Peru, home to some of the world's most magnificent mountains, lies in the center of the Andes. This mini-term focuses on one of the country's most breathtaking areas, the Cordillera Blanca Mountains. The Peruvian Andes are the most glaciated tropical region in the world because the high mountains have sufficient precipitation for glaciers to form. Perfect for field studies, the mountains are easily accessible, with climbing at all grades.
Course of Study
Students address both the geologic record of climate change preserved in glacial deposits and lakes in the majestic Cordillera Blanca and the impact of that climate change on human populations.
Based out of the city of Huaraz, the course is centered on three field excursions: Conococha Plain, Breque Valley, and Llanganuco Lakes. Each site offers a wide range of opportunities for geologic investigation. Students participate in mapping projects, lake coring expeditions and documenting stratigraphic sequences in natural exposures.
Given the setting, the course will be physically rigorous, and participation in group activities is required. Evaluations of field projects will include an assessment of the student as a group member. Each student also is required to compile a field notebook, which will be collected and evaluated periodically, and graded at the end of the course. There will be additional projects, assignments and/or exams based on information from the field studies.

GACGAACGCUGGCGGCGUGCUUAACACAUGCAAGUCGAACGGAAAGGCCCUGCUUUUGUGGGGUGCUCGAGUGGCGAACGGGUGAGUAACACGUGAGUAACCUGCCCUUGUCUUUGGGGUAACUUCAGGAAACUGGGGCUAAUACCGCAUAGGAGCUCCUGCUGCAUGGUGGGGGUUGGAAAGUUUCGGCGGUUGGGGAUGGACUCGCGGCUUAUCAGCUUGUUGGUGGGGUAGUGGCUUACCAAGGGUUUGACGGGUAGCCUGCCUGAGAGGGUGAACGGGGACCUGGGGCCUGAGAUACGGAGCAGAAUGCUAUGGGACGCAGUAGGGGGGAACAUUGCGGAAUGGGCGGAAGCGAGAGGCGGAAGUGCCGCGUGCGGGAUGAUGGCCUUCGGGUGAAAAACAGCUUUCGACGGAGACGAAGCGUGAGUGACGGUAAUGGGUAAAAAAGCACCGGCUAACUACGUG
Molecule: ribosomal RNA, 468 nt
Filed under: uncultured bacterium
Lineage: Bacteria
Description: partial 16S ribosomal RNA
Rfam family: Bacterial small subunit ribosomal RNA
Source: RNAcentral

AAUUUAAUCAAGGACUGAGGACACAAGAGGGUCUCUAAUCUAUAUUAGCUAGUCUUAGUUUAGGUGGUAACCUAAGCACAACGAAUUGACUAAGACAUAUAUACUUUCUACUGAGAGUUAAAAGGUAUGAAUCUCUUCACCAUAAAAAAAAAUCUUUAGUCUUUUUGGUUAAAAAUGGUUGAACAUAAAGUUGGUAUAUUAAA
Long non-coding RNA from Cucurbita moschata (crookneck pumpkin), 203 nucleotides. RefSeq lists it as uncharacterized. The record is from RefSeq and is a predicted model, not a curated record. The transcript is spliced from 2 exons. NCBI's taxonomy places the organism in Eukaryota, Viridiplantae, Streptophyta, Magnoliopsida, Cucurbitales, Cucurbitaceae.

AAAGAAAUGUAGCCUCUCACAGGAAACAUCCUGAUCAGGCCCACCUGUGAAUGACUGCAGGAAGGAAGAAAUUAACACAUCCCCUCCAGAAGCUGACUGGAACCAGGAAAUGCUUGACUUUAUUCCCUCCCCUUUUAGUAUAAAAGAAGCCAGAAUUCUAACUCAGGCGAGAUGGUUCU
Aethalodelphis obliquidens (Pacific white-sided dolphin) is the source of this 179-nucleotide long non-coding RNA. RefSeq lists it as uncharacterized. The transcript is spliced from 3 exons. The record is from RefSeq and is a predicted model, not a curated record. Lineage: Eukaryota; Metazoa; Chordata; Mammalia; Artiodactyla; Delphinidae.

- Successful completion of an introductory Geology course before the mini-term (preferably numbered 200 or higher).
- Although not required, priority is given to rising sophomores and juniors interested in majoring in Geology, Environmental Science or Environmental Policy.
Accommodations are variable.
This mini-term is not currently offered. Please contact the International Programs Office, Old Chapel, Third Floor for information. For More Information Schedules, travel tips and more are available on the Impacts of Climate Change Peru website. Students may also contact Professor Rodbell.